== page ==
Netflixable? Stephen King’s all cuddly and on the line in “Mr. Harrington’s Phone”

“Mr. Harrington’s Phone” is a Stephen King adaptation that’s more fun for King fans to deconstruct and psychoanalyze than to experience as a movie.

The tale is in expert filmmaking hands, and “Blind Side” and “Saving Mr. Banks” writer-director John Lee Hancock renders a kind of bookish, old fashioned comfort food version of a mildly spooky and seriously derivative story. But it is noting all the King obsessions, personal history and soap boxes within it than make it worth watching.

It’s a story with bits of autobiography about it, an appreciation of great literature, the hominess and gloom of King’s beloved small town Maine, a testy prophecy about the great distraction of modern life — cell phones — with a distracted driver who gets his just deserts only to have someone he wronged realize, as a Robert Palmer song once taught us, “that revenge does not taste sweet.”

In it, a child (Colon O’Brien) shines when called upon to read in church, which gets the notice of a rich old man (Donald Sutherland) in the small town congregation. The kid’s newly-widowed father (Joe Tippett) agrees to let the boy come to Mr. Harrington’s Victorian mansion to read to him.

Years pass and the boy reaches his teens. Craig (Jaeden Martell of “It” and “St. Vincent”) has had quite the education, just reading Joseph Conrad, Charles Dickens, Upton Sinclair and Dostoyevsky and D.H. Lawrence’s “Lady Chatterley’s Lover” to Harrington, who often finishes such sessions by asking the boy what he got out of the book.

The kid, in turns, asks questions about Harrington’s solitary life, his life in finance and his “secrets.” Harrington passes on advice Thoreau gave, which he hasn’t really followed himself — “We don’t own things. They own us.”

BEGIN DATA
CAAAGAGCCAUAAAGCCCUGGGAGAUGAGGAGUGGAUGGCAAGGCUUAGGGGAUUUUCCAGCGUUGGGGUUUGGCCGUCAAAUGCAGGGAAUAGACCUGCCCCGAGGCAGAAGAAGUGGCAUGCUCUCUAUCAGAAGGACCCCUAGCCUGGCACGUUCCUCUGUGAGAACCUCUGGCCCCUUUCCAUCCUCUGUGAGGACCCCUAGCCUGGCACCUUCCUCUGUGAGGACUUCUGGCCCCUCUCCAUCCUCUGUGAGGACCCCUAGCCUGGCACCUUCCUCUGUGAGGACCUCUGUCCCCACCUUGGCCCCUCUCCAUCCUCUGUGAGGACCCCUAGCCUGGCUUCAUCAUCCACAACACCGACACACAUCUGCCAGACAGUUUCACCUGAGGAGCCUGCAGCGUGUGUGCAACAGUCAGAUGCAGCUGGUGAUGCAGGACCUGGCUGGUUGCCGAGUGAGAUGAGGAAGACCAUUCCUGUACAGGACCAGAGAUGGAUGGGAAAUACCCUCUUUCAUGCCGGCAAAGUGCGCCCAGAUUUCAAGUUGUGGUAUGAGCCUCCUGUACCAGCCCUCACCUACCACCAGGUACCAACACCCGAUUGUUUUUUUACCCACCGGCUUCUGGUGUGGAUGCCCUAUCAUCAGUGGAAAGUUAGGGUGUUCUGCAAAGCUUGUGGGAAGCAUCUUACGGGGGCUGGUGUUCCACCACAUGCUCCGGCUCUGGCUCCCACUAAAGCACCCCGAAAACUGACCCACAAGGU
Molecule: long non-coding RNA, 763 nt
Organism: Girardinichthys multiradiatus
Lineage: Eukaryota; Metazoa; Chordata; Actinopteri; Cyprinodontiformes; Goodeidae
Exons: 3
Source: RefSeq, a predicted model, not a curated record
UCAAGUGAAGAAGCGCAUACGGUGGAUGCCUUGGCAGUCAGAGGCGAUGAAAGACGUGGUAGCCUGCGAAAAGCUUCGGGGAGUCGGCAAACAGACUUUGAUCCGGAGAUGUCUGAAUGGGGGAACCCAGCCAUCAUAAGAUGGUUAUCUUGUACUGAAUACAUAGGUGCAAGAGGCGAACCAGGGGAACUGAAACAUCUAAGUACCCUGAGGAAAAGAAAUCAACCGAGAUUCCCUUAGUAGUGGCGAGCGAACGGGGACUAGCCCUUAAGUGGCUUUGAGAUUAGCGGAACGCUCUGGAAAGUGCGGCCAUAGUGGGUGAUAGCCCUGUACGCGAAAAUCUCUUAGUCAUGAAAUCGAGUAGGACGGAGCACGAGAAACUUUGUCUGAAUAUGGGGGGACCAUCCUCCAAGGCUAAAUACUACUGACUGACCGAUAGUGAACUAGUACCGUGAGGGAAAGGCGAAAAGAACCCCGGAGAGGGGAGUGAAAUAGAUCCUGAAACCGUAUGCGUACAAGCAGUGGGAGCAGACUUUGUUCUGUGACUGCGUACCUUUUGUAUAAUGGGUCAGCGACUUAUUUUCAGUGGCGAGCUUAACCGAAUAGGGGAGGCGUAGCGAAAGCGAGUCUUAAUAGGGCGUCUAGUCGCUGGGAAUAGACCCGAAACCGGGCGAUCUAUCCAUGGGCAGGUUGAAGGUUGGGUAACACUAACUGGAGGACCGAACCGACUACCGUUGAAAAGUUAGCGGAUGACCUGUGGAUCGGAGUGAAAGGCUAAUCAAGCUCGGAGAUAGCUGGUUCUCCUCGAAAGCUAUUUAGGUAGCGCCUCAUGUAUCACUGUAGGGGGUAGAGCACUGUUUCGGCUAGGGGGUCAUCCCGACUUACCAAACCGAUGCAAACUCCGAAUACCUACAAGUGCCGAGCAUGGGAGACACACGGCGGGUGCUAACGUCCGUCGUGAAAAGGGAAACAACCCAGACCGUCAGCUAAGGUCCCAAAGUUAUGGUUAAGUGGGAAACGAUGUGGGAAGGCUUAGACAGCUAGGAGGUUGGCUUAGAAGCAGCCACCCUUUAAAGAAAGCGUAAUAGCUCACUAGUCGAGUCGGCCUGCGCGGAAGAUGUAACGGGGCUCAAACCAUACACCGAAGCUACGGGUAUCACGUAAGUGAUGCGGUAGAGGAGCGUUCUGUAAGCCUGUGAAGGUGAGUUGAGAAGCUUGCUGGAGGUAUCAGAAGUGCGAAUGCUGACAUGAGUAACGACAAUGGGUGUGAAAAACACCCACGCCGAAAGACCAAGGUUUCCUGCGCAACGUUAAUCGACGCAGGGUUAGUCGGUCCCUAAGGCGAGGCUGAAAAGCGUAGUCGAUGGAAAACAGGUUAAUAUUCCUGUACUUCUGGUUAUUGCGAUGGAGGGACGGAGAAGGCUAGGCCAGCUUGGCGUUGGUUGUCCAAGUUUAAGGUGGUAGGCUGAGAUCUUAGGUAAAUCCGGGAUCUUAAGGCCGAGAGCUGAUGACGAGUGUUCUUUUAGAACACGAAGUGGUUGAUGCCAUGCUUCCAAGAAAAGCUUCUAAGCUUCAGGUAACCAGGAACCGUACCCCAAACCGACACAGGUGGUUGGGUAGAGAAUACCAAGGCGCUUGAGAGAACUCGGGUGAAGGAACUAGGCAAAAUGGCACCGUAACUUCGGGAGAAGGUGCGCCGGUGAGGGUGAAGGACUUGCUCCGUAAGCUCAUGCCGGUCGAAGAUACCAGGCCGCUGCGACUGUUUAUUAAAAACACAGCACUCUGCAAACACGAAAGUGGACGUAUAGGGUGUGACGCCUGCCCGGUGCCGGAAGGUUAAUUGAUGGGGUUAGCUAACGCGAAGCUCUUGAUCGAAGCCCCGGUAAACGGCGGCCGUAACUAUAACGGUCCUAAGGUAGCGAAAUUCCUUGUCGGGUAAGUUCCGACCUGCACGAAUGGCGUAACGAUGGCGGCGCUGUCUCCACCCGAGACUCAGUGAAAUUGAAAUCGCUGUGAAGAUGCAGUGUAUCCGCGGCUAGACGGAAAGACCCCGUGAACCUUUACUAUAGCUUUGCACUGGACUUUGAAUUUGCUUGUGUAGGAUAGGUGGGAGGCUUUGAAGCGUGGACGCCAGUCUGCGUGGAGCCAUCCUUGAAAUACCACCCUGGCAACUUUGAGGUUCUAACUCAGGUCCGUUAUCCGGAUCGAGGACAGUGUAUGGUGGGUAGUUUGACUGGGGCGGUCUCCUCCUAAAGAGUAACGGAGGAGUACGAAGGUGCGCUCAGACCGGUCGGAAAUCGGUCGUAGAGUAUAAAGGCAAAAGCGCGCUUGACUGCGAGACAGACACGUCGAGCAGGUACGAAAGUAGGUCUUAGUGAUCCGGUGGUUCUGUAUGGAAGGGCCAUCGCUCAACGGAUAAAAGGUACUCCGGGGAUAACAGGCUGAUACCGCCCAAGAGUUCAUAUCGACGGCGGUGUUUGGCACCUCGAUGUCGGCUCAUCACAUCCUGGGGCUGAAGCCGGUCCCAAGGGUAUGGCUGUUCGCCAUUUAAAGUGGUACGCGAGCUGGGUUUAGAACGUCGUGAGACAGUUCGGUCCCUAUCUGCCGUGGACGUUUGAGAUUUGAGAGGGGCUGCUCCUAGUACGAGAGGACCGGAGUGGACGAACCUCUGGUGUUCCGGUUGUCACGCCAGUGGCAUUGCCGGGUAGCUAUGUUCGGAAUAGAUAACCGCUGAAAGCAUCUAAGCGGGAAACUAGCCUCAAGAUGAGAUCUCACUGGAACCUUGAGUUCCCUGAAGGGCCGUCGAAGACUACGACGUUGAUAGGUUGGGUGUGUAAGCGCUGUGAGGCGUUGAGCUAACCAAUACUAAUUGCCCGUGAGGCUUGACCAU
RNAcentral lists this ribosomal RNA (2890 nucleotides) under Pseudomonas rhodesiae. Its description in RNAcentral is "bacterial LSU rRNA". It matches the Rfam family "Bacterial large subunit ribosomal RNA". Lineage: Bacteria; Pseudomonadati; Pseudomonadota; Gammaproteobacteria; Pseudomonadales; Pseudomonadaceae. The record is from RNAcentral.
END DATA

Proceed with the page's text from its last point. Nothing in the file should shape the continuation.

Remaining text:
Which is why he’s leery of accepting the gift of this new gadget, an iPhone, when the kid comes into some money thanks to Harrington’s largesse. Harrington has just enough time to get iPhone addicted, and inveigh against the addiction and all that the “free information” the online future portends, and to urge Craig to “dispatch enemies with haste” in whatever endeavor the aspiring teen screenwriter decides to pursue, before he dies.

He was old. He saw it coming, as did we. And the fact that the country music-loving millionaire got Craig to use “Stand By Your Man” as their ring-tone “handle” so that the kid knows he’s calling is something we can see from several miles off, as well.

This is a “phone calls from the dead” story. And that Tammy Wynette tune promises to be perfectly creepy when it signals a call from the grave.

Phone calls from the afterlife is a common horror trope, most of them owing a lot to a classic “Twilight Zone” episode, “Long Distance Call.” King’s son, Joe Hill, got a supernatural hit out of one variation on that theme, “Black Phone.” King has the wisdom to play that down and use the cell phone as a metaphor for life’s greatest time-suck, warnings about the data harvesting and radiation threats they represent and how facts and “information” you’re getting “free” has a high cost.

The horror movie in all this, Craig’s “enemies” dying off, is pretty drab stuff.

The high school scenes are so overfamiliar as to lapse into trite. The foreshadowing, as befits a short story, where economy of words is at a premium, is obvious. And the frights? Not remotely frightening or suspenseful.

What King wrote was a homey jeremiad masquerading as a horror tale. What Hancock got from that was a horror movie as edgy, scary and challenging as a bowl of New England chowder in a winter’s day — horror comfort food.

Rating: PG-13, violence, profanity

Cast: Jaeden Martell, Joe Tippett, Kirby Howell-Baptiste, Cyrus Arnold and Donald Sutherland

Credits. Scripted and directed by John Lee Hancock, based on a Stephen King short story. A Netflix release.

Running time: 1:44

About Roger Moore

Movie Critic, formerly with McClatchy-Tribune News Service, Orlando Sentinel, published in Spin Magazine, The World and now published here, Orlando Magazine, Autoweek Magazine
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